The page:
How do we begin to make an impact on state legislation that impacts our practice, our clients, and the public? Two easy ways to make a difference are to 1) give to the PAC, and 2) get to know your own legislators. OPA’s Political Action Committee (PAC) collects donations and then supports legislators who can help improve access to care, reduce violence, and improve educational opportunities. So far in 2019, we have provided funding to several legislators by giving to their campaigns. Usually, we also then have time with the candidate at a fundraising event. These contacts help us to form relationships and provide needed information that can inform their committee work as policies and laws are shaped.
We are able to give about $500 to each candidate. Over the course of a year, we typically receive about $10,000 in donations which are then given to candidates. In contrast to these numbers, other health professions have much more robust Political Action Committees, sometimes giving $10,000 to each candidate with over $100,000 annually to spend. Ohio is not unique in this regard. Psychologists give less to PACs than psychiatrists, physicians, and social workers. I wonder if we are less aware of how interconnected we are with those making laws and shaping policies? Or if we think we are somehow getting our hands dirty by contributing to politicians’ campaign funds. What might prevent you from giving to our PAC?
Both OPA and APA give in a bipartisan manner, seeking out legislators who care about health care and the social determinants of health. Here are some of the legislators the OPA PAC has given to so far this year (with relevant quotes from their official online bios):
- Rep. Beth Liston of Dublin is a physician and faculty at OSU. “A passionate advocate for affordable, high quality healthcare, State Rep. Beth Liston ran for office to bring her knowledge about health and the health impacts of policy to our state government.”
- Rep. Derrick Merrin represents portions of Fulton and Lucas counties. “As Chairman of Health Committee, he has advocated for policies to reduce health care costs, promote price transparency, and better patient access.”
- Rep. Bill Seitz is from Cincinnati. “Throughout his legislative career, Rep. Seitz has been at the forefront of criminal and civil justice issues, leading the effort to reform Ohio’s criminal sentencing laws and eliminate the barriers to employment many nonviolence offenders face following their release from prison.”
- Senator Kenny Yuko is from Cuyahoga and Lake Counties. He previously served as a Representative. “Yuko ran for State Representative in 2004 with the goals of protecting working families, promoting health care access, and improving Ohio’s economic climate. Served on the Committee on Health and Aging and the Committee on Veterans Affairs.”
- Senator Cecil Thomas of Cincinnati previously served on Cincinnati’s City Council. “His most notable success is the Cincinnati Initiative to Reduce Violence (CIRV). This program provided direct resources and outreach services to at risk youth/young adults in Cincinnati’s most troubled neighborhoods addressing the critical problem of violence and crime. The implementation of the CIRV program resulted in a significant reduction of crime and improved community and police relations to which is now being modeled nationally and internationally.” He currently serves on the Education, Civil Justice, and Insurance Committees.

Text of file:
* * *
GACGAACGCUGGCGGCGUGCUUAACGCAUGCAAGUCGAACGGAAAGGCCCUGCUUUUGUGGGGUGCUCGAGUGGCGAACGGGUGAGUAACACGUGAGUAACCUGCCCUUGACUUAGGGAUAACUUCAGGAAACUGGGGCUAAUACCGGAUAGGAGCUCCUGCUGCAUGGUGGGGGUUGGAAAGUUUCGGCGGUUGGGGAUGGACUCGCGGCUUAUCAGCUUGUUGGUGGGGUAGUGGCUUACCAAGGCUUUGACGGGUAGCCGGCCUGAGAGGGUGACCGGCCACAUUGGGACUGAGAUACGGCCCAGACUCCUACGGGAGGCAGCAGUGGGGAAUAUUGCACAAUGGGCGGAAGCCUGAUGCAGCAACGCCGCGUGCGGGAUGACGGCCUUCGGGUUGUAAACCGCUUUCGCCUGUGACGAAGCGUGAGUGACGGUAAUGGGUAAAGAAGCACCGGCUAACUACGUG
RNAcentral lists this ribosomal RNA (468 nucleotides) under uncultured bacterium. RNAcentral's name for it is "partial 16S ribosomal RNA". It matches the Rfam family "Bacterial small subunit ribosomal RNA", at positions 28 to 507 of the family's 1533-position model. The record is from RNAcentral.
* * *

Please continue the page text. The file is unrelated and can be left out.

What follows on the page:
So, I want to encourage you to give to the PAC. Even $20 can make a difference in communicating that we care about these issues.
What are your own legislators doing about issues you care about? Check out their bios and view these Tips for Effective Communication with Legislators! Our Advocacy Committee, led by Dr. Brad Potts, has created these great resources for finding out who your legislators are, establishing a relationship, writing a letter, etc. The first step is just learning about them, and the next step is reaching out. This fall, OPA will have a Legislative Day at the Capitol when you can learn more about how to advocate with your legislators, then visit their offices and attend a social hour. But I encourage you not to wait but to become an active citizen now.
A third strategy for making a difference would be to run for office yourself! I had the pleasure of seeing Dr. Amber Hewitt recently. She was faculty at U of Akron, then had a year-long legislative fellowship through APA and is now looking to run for office herself in the D.C. area. What could we do if we had more psychologists in the State House here in Ohio? One of the goals for our Strategic Plan is to get more psychologists involved in committees or task forces for the state. If you are currently serving on a task force or committee for the state government or if you are serving in a public office (City Council, etc.), please let me know so that we can reach out to you and help others get involved too! You can email me at: firstname.lastname@example.org
I look forward to seeing what more we can do for psychology and the public as we contribute, reach out to our legislators, or run for office ourselves!